“Before the thorns taught me their sharp lessons and bled weakness from me I had but one brother, and I loved him well. But those days are gone and what is left of them lies in my mother’s tomb. Now I have many brothers, quick with knife and sword, and as evil as you please. We ride this broken empire and loot its corpse. They say these are violent times, the end of days when the dead roam and monsters haunt the night. All that’s true enough, but there’s something worse out there, in the dark. Much worse.”
Once a privileged royal child, raised by a loving mother, Jorg Ancrath has become the Prince of Thorns, a charming, immoral boy leading a grim band of outlaws in a series of raids and atrocities. The world is in chaos: violence is rife, nightmares everywhere. Jorg’s bleak past has set him beyond fear of any man, living or dead, but there is still one thing that puts a chill in him. Returning to his father’s castle Jorg must confront horrors from his childhood and carve himself a future with all hands turned against him.
Prince of Thorns is the first book in the new fantasy series Broken Empire by Mark Lawrence. So you’ve read the blurb. I’d also read a lot of reviews on this book before I started, that promised the sun and moon and stars. Unfortunately it failed to deliver.
Clearly I am supposed to be impressed with Jorgy (as he likes to call himself), our villainous protagonist/anti-hero, barely a child of fourteen, who spends much of the book telling us what a villain he is, with his raping and pillaging and murdering. He left little impression on me, positive or negative, except in any instance where he was mortally wounded and I was pained to discover it didn’t finish him off. Rather than subscribing to the “hauntingly dark and damaged hero” that is the intention, I found myself witnessing a several hundred pages of childish tantrum throwing and false bravado.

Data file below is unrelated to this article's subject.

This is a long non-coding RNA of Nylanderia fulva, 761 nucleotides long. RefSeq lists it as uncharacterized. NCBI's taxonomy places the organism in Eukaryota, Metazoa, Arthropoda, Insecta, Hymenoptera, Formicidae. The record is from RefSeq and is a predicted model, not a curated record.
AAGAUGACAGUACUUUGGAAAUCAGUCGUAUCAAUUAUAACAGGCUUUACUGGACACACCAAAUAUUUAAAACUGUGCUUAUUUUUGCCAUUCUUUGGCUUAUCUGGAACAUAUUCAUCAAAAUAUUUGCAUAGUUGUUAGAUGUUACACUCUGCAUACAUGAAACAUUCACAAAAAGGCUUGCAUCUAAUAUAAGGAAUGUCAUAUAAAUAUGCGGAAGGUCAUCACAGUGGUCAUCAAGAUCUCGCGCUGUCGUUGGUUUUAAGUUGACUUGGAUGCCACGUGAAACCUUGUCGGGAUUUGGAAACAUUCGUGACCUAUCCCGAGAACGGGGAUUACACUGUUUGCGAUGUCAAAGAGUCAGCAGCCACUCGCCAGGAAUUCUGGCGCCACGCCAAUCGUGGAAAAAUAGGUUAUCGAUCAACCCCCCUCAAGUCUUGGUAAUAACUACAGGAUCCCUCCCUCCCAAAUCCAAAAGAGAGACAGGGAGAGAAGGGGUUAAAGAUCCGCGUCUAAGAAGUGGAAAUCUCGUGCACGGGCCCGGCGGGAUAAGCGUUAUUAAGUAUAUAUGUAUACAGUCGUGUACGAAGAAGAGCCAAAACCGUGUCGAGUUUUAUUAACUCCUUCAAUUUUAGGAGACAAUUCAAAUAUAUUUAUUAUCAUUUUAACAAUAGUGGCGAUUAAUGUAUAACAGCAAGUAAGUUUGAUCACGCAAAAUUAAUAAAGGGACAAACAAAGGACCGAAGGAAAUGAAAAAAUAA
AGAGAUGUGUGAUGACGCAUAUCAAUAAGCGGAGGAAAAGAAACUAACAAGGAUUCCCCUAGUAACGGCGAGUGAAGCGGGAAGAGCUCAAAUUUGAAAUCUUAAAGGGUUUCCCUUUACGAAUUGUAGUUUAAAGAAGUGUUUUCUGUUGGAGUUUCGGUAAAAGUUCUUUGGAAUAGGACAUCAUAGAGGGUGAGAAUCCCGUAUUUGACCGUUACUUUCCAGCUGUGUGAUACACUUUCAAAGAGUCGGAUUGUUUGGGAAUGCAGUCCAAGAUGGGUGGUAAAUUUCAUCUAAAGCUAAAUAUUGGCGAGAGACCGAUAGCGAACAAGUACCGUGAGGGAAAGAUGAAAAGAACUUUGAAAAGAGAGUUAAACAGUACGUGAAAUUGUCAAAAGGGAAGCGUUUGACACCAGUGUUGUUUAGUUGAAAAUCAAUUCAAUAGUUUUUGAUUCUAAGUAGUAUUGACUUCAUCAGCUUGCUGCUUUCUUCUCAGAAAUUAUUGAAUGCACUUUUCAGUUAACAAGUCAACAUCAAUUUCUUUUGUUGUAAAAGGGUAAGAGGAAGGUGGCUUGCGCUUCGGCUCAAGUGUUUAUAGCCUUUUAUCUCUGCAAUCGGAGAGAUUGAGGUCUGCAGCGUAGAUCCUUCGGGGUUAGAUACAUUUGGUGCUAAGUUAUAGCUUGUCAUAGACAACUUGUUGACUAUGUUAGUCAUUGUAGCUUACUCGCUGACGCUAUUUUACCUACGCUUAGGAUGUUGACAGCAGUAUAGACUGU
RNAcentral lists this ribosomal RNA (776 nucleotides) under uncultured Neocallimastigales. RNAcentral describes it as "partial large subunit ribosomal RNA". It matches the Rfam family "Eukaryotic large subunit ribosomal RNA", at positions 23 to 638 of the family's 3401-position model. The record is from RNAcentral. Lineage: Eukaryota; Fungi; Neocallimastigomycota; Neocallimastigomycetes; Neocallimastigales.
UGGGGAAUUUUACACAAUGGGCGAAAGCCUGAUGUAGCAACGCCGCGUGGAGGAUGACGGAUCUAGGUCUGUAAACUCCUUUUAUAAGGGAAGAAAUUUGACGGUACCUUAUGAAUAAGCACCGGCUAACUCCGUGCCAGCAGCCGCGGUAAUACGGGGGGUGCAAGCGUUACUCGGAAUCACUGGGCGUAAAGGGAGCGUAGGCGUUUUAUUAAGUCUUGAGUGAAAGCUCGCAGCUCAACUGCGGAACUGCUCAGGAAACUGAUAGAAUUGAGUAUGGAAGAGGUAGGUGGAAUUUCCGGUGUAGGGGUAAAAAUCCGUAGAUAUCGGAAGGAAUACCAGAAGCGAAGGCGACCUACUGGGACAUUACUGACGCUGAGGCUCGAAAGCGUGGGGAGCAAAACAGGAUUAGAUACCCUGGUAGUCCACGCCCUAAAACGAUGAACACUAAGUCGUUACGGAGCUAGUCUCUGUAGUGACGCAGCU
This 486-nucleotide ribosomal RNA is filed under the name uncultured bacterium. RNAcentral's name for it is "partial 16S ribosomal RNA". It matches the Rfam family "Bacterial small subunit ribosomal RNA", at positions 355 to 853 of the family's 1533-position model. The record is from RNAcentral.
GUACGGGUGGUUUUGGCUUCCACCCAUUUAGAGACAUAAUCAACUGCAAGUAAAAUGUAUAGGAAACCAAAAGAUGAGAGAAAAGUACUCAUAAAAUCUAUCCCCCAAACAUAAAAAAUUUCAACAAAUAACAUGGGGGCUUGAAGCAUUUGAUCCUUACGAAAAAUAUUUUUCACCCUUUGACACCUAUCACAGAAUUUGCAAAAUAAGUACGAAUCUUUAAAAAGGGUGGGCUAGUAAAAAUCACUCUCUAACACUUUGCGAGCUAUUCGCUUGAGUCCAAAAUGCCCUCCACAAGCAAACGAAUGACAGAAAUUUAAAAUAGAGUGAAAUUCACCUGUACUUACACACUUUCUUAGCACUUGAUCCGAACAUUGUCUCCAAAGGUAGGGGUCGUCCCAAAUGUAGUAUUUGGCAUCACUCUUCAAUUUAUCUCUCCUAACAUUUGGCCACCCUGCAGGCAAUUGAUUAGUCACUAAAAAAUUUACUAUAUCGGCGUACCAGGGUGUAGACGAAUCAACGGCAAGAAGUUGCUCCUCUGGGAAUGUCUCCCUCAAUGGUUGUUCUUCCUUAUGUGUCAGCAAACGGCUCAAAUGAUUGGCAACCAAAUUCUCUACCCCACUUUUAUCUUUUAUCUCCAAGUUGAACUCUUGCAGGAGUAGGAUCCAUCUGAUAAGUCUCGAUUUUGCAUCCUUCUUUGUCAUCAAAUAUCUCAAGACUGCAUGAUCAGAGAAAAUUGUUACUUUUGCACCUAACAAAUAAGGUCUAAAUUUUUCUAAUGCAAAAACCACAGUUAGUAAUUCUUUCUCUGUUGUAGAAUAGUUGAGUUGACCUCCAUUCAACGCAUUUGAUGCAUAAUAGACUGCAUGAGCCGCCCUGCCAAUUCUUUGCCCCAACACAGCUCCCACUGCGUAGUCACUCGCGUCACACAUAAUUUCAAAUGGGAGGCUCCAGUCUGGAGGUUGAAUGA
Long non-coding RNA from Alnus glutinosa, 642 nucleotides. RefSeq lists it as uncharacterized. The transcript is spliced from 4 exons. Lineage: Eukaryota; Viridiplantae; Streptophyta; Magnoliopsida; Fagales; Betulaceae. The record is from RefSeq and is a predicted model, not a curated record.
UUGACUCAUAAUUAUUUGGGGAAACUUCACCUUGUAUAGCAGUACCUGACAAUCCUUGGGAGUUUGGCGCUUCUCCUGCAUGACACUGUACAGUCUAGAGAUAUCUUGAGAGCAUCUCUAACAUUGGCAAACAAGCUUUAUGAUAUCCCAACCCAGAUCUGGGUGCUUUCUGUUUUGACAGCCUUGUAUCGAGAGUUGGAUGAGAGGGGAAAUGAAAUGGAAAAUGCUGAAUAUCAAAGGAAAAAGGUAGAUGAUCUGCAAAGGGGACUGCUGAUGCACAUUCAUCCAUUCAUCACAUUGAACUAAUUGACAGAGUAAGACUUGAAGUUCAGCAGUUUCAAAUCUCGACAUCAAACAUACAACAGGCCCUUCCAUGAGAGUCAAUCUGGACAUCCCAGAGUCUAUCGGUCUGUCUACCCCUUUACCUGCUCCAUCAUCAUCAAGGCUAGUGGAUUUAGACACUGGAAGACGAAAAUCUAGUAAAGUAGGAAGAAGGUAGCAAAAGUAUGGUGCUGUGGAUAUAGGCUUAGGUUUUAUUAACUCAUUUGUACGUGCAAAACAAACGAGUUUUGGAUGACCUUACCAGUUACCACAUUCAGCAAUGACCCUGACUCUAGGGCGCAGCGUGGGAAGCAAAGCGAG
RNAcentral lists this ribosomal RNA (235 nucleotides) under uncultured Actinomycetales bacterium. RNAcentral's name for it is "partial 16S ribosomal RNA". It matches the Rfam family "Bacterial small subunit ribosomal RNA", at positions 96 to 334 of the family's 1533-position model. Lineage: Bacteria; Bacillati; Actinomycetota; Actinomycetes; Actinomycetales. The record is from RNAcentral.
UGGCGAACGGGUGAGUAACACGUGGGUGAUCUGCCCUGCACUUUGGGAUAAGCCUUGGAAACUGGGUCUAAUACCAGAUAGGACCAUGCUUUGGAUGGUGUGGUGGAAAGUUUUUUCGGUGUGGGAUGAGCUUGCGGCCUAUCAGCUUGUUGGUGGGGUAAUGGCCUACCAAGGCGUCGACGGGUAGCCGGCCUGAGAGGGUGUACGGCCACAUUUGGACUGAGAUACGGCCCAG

Flimsy (if any) world building left me with little reason to care why Jorgy wanted to win the “Hundred War” and unite the Broken Empires. Some insight into the history of the Broken Empires might have engaged me, why they were, firstly, broken, and secondly, need to be united. Jorg’s thirst for vengeance is explained clearly enough, and the image of the briar-hooks is actually reasonably interesting, but unfortunately any real depth to Jorg is left unplumbed. Where he could have been a very interesting character who is either a true sociopath or something struggling with terrible internal conflict, it is neatly glossed over, and we continue to hear how evil, handsome and genius Jorg is, constantly championed by a supporting cast of shallow characters.
Several chapters in the book gave me a faint glimmer of hope, but again rather than pushing Jorg further as a character, he continually reverts into his protective shell. Short, short chapters keep the pace going strong but cut the real story-telling short. Lawrence could have really developed this dark world (hinting at being post-apocalyptic) and pushed the characters to the limit but takes the safe road throughout, keeping close to the surface with Jorg carrying the entire story in a sharp, short series of incidents streaming towards an abrupt ending.
Yes for all of it’s darkness it lacks guts. It takes no risks, it lacks real depth and left me even more disappointed with a “neatly explained away” ending.
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